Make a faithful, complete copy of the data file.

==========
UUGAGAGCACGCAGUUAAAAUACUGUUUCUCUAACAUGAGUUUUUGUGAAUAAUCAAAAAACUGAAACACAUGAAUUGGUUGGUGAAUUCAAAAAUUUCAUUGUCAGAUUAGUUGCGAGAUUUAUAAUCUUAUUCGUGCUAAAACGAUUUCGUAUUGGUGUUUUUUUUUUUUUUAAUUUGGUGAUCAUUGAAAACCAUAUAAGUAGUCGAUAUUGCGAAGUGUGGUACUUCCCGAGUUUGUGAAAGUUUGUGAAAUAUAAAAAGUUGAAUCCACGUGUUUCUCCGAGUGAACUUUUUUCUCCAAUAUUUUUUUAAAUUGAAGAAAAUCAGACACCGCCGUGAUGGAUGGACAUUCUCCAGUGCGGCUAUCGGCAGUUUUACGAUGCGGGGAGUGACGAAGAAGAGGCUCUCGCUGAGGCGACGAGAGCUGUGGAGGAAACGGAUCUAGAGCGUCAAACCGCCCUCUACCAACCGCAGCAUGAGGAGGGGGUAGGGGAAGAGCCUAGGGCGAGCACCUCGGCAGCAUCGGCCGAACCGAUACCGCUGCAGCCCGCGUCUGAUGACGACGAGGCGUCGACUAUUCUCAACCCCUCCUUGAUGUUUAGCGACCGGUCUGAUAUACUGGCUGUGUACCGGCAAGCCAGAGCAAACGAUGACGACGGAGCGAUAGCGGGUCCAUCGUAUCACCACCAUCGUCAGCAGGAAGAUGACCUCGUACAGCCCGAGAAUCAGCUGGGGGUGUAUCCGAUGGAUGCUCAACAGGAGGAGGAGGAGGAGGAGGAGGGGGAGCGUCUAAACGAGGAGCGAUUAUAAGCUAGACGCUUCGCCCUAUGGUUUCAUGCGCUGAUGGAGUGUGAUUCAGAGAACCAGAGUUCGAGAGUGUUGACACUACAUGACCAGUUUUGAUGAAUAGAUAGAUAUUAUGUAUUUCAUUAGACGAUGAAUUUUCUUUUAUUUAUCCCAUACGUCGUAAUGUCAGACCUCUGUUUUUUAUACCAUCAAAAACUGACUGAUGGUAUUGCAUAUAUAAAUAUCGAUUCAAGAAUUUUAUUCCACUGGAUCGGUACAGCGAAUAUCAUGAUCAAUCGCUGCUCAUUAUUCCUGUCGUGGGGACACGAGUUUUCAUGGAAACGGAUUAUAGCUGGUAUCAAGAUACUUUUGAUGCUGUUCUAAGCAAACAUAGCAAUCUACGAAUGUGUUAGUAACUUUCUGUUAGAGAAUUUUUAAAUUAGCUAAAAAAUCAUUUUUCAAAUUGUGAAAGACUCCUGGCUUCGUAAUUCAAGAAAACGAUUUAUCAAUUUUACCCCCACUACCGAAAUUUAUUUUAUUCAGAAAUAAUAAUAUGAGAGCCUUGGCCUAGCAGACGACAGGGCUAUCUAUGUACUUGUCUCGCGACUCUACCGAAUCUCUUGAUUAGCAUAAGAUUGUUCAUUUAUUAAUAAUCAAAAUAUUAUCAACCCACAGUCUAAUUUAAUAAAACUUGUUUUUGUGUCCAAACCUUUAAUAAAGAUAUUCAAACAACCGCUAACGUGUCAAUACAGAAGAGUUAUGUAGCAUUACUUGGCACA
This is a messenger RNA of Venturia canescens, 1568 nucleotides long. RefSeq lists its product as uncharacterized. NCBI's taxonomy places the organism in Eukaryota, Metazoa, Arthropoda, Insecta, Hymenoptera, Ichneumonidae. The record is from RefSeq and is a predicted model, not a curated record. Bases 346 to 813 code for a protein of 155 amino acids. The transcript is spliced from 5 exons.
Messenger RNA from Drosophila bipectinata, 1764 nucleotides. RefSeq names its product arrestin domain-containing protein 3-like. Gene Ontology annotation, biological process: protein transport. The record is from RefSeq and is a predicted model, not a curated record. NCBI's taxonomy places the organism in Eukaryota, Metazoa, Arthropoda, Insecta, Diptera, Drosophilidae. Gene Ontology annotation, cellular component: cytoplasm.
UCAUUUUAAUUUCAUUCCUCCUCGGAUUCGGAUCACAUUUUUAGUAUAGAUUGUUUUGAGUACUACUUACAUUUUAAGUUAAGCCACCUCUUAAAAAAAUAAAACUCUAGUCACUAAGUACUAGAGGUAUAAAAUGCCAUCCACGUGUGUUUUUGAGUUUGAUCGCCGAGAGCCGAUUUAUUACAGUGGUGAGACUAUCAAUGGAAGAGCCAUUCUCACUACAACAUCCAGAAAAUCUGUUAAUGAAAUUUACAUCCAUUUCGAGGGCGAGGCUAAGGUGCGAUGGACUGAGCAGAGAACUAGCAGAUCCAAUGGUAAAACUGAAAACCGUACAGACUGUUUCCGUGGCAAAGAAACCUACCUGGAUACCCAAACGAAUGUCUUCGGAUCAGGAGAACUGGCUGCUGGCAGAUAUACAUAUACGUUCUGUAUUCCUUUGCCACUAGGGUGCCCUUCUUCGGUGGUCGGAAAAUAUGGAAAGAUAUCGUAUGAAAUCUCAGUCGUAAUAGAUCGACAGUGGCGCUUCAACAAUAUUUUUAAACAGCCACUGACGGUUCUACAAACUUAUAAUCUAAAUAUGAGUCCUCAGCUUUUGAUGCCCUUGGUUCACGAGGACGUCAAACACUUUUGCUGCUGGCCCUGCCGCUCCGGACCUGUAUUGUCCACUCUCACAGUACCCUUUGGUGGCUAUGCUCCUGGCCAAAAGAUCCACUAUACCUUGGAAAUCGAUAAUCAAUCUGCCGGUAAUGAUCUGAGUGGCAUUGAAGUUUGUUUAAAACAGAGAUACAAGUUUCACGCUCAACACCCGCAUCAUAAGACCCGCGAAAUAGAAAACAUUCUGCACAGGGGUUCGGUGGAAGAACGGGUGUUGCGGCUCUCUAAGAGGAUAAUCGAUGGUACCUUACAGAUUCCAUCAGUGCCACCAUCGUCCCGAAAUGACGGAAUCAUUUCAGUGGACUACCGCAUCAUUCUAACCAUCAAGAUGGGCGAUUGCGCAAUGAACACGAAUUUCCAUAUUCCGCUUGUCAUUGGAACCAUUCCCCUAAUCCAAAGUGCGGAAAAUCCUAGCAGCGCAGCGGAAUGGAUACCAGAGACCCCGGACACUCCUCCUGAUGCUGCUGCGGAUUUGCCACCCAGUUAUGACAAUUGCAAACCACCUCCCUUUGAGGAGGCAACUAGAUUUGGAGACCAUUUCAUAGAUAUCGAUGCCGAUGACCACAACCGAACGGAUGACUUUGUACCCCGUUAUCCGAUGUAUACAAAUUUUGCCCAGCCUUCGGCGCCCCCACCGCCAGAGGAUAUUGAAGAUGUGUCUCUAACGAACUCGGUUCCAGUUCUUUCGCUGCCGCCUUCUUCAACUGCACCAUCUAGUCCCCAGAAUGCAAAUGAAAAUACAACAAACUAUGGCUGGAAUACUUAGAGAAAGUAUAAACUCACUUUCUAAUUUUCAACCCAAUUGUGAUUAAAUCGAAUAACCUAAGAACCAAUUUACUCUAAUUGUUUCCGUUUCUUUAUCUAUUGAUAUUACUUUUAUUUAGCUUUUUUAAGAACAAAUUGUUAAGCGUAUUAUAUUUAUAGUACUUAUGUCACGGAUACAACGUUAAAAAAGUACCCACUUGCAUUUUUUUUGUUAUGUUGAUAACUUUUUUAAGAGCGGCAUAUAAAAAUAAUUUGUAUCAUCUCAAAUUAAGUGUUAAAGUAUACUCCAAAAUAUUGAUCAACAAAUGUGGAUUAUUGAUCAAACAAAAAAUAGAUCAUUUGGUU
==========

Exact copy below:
UUGAGAGCACGCAGUUAAAAUACUGUUUCUCUAACAUGAGUUUUUGUGAAUAAUCAAAAAACUGAAACACAUGAAUUGGUUGGUGAAUUCAAAAAUUUCAUUGUCAGAUUAGUUGCGAGAUUUAUAAUCUUAUUCGUGCUAAAACGAUUUCGUAUUGGUGUUUUUUUUUUUUUUAAUUUGGUGAUCAUUGAAAACCAUAUAAGUAGUCGAUAUUGCGAAGUGUGGUACUUCCCGAGUUUGUGAAAGUUUGUGAAAUAUAAAAAGUUGAAUCCACGUGUUUCUCCGAGUGAACUUUUUUCUCCAAUAUUUUUUUAAAUUGAAGAAAAUCAGACACCGCCGUGAUGGAUGGACAUUCUCCAGUGCGGCUAUCGGCAGUUUUACGAUGCGGGGAGUGACGAAGAAGAGGCUCUCGCUGAGGCGACGAGAGCUGUGGAGGAAACGGAUCUAGAGCGUCAAACCGCCCUCUACCAACCGCAGCAUGAGGAGGGGGUAGGGGAAGAGCCUAGGGCGAGCACCUCGGCAGCAUCGGCCGAACCGAUACCGCUGCAGCCCGCGUCUGAUGACGACGAGGCGUCGACUAUUCUCAACCCCUCCUUGAUGUUUAGCGACCGGUCUGAUAUACUGGCUGUGUACCGGCAAGCCAGAGCAAACGAUGACGACGGAGCGAUAGCGGGUCCAUCGUAUCACCACCAUCGUCAGCAGGAAGAUGACCUCGUACAGCCCGAGAAUCAGCUGGGGGUGUAUCCGAUGGAUGCUCAACAGGAGGAGGAGGAGGAGGAGGAGGGGGAGCGUCUAAACGAGGAGCGAUUAUAAGCUAGACGCUUCGCCCUAUGGUUUCAUGCGCUGAUGGAGUGUGAUUCAGAGAACCAGAGUUCGAGAGUGUUGACACUACAUGACCAGUUUUGAUGAAUAGAUAGAUAUUAUGUAUUUCAUUAGACGAUGAAUUUUCUUUUAUUUAUCCCAUACGUCGUAAUGUCAGACCUCUGUUUUUUAUACCAUCAAAAACUGACUGAUGGUAUUGCAUAUAUAAAUAUCGAUUCAAGAAUUUUAUUCCACUGGAUCGGUACAGCGAAUAUCAUGAUCAAUCGCUGCUCAUUAUUCCUGUCGUGGGGACACGAGUUUUCAUGGAAACGGAUUAUAGCUGGUAUCAAGAUACUUUUGAUGCUGUUCUAAGCAAACAUAGCAAUCUACGAAUGUGUUAGUAACUUUCUGUUAGAGAAUUUUUAAAUUAGCUAAAAAAUCAUUUUUCAAAUUGUGAAAGACUCCUGGCUUCGUAAUUCAAGAAAACGAUUUAUCAAUUUUACCCCCACUACCGAAAUUUAUUUUAUUCAGAAAUAAUAAUAUGAGAGCCUUGGCCUAGCAGACGACAGGGCUAUCUAUGUACUUGUCUCGCGACUCUACCGAAUCUCUUGAUUAGCAUAAGAUUGUUCAUUUAUUAAUAAUCAAAAUAUUAUCAACCCACAGUCUAAUUUAAUAAAACUUGUUUUUGUGUCCAAACCUUUAAUAAAGAUAUUCAAACAACCGCUAACGUGUCAAUACAGAAGAGUUAUGUAGCAUUACUUGGCACA
This is a messenger RNA of Venturia canescens, 1568 nucleotides long. RefSeq lists its product as uncharacterized. NCBI's taxonomy places the organism in Eukaryota, Metazoa, Arthropoda, Insecta, Hymenoptera, Ichneumonidae. The record is from RefSeq and is a predicted model, not a curated record. Bases 346 to 813 code for a protein of 155 amino acids. The transcript is spliced from 5 exons.
Messenger RNA from Drosophila bipectinata, 1764 nucleotides. RefSeq names its product arrestin domain-containing protein 3-like. Gene Ontology annotation, biological process: protein transport. The record is from RefSeq and is a predicted model, not a curated record. NCBI's taxonomy places the organism in Eukaryota, Metazoa, Arthropoda, Insecta, Diptera, Drosophilidae. Gene Ontology annotation, cellular component: cytoplasm.
UCAUUUUAAUUUCAUUCCUCCUCGGAUUCGGAUCACAUUUUUAGUAUAGAUUGUUUUGAGUACUACUUACAUUUUAAGUUAAGCCACCUCUUAAAAAAAUAAAACUCUAGUCACUAAGUACUAGAGGUAUAAAAUGCCAUCCACGUGUGUUUUUGAGUUUGAUCGCCGAGAGCCGAUUUAUUACAGUGGUGAGACUAUCAAUGGAAGAGCCAUUCUCACUACAACAUCCAGAAAAUCUGUUAAUGAAAUUUACAUCCAUUUCGAGGGCGAGGCUAAGGUGCGAUGGACUGAGCAGAGAACUAGCAGAUCCAAUGGUAAAACUGAAAACCGUACAGACUGUUUCCGUGGCAAAGAAACCUACCUGGAUACCCAAACGAAUGUCUUCGGAUCAGGAGAACUGGCUGCUGGCAGAUAUACAUAUACGUUCUGUAUUCCUUUGCCACUAGGGUGCCCUUCUUCGGUGGUCGGAAAAUAUGGAAAGAUAUCGUAUGAAAUCUCAGUCGUAAUAGAUCGACAGUGGCGCUUCAACAAUAUUUUUAAACAGCCACUGACGGUUCUACAAACUUAUAAUCUAAAUAUGAGUCCUCAGCUUUUGAUGCCCUUGGUUCACGAGGACGUCAAACACUUUUGCUGCUGGCCCUGCCGCUCCGGACCUGUAUUGUCCACUCUCACAGUACCCUUUGGUGGCUAUGCUCCUGGCCAAAAGAUCCACUAUACCUUGGAAAUCGAUAAUCAAUCUGCCGGUAAUGAUCUGAGUGGCAUUGAAGUUUGUUUAAAACAGAGAUACAAGUUUCACGCUCAACACCCGCAUCAUAAGACCCGCGAAAUAGAAAACAUUCUGCACAGGGGUUCGGUGGAAGAACGGGUGUUGCGGCUCUCUAAGAGGAUAAUCGAUGGUACCUUACAGAUUCCAUCAGUGCCACCAUCGUCCCGAAAUGACGGAAUCAUUUCAGUGGACUACCGCAUCAUUCUAACCAUCAAGAUGGGCGAUUGCGCAAUGAACACGAAUUUCCAUAUUCCGCUUGUCAUUGGAACCAUUCCCCUAAUCCAAAGUGCGGAAAAUCCUAGCAGCGCAGCGGAAUGGAUACCAGAGACCCCGGACACUCCUCCUGAUGCUGCUGCGGAUUUGCCACCCAGUUAUGACAAUUGCAAACCACCUCCCUUUGAGGAGGCAACUAGAUUUGGAGACCAUUUCAUAGAUAUCGAUGCCGAUGACCACAACCGAACGGAUGACUUUGUACCCCGUUAUCCGAUGUAUACAAAUUUUGCCCAGCCUUCGGCGCCCCCACCGCCAGAGGAUAUUGAAGAUGUGUCUCUAACGAACUCGGUUCCAGUUCUUUCGCUGCCGCCUUCUUCAACUGCACCAUCUAGUCCCCAGAAUGCAAAUGAAAAUACAACAAACUAUGGCUGGAAUACUUAGAGAAAGUAUAAACUCACUUUCUAAUUUUCAACCCAAUUGUGAUUAAAUCGAAUAACCUAAGAACCAAUUUACUCUAAUUGUUUCCGUUUCUUUAUCUAUUGAUAUUACUUUUAUUUAGCUUUUUUAAGAACAAAUUGUUAAGCGUAUUAUAUUUAUAGUACUUAUGUCACGGAUACAACGUUAAAAAAGUACCCACUUGCAUUUUUUUUGUUAUGUUGAUAACUUUUUUAAGAGCGGCAUAUAAAAAUAAUUUGUAUCAUCUCAAAUUAAGUGUUAAAGUAUACUCCAAAAUAUUGAUCAACAAAUGUGGAUUAUUGAUCAAACAAAAAAUAGAUCAUUUGGUU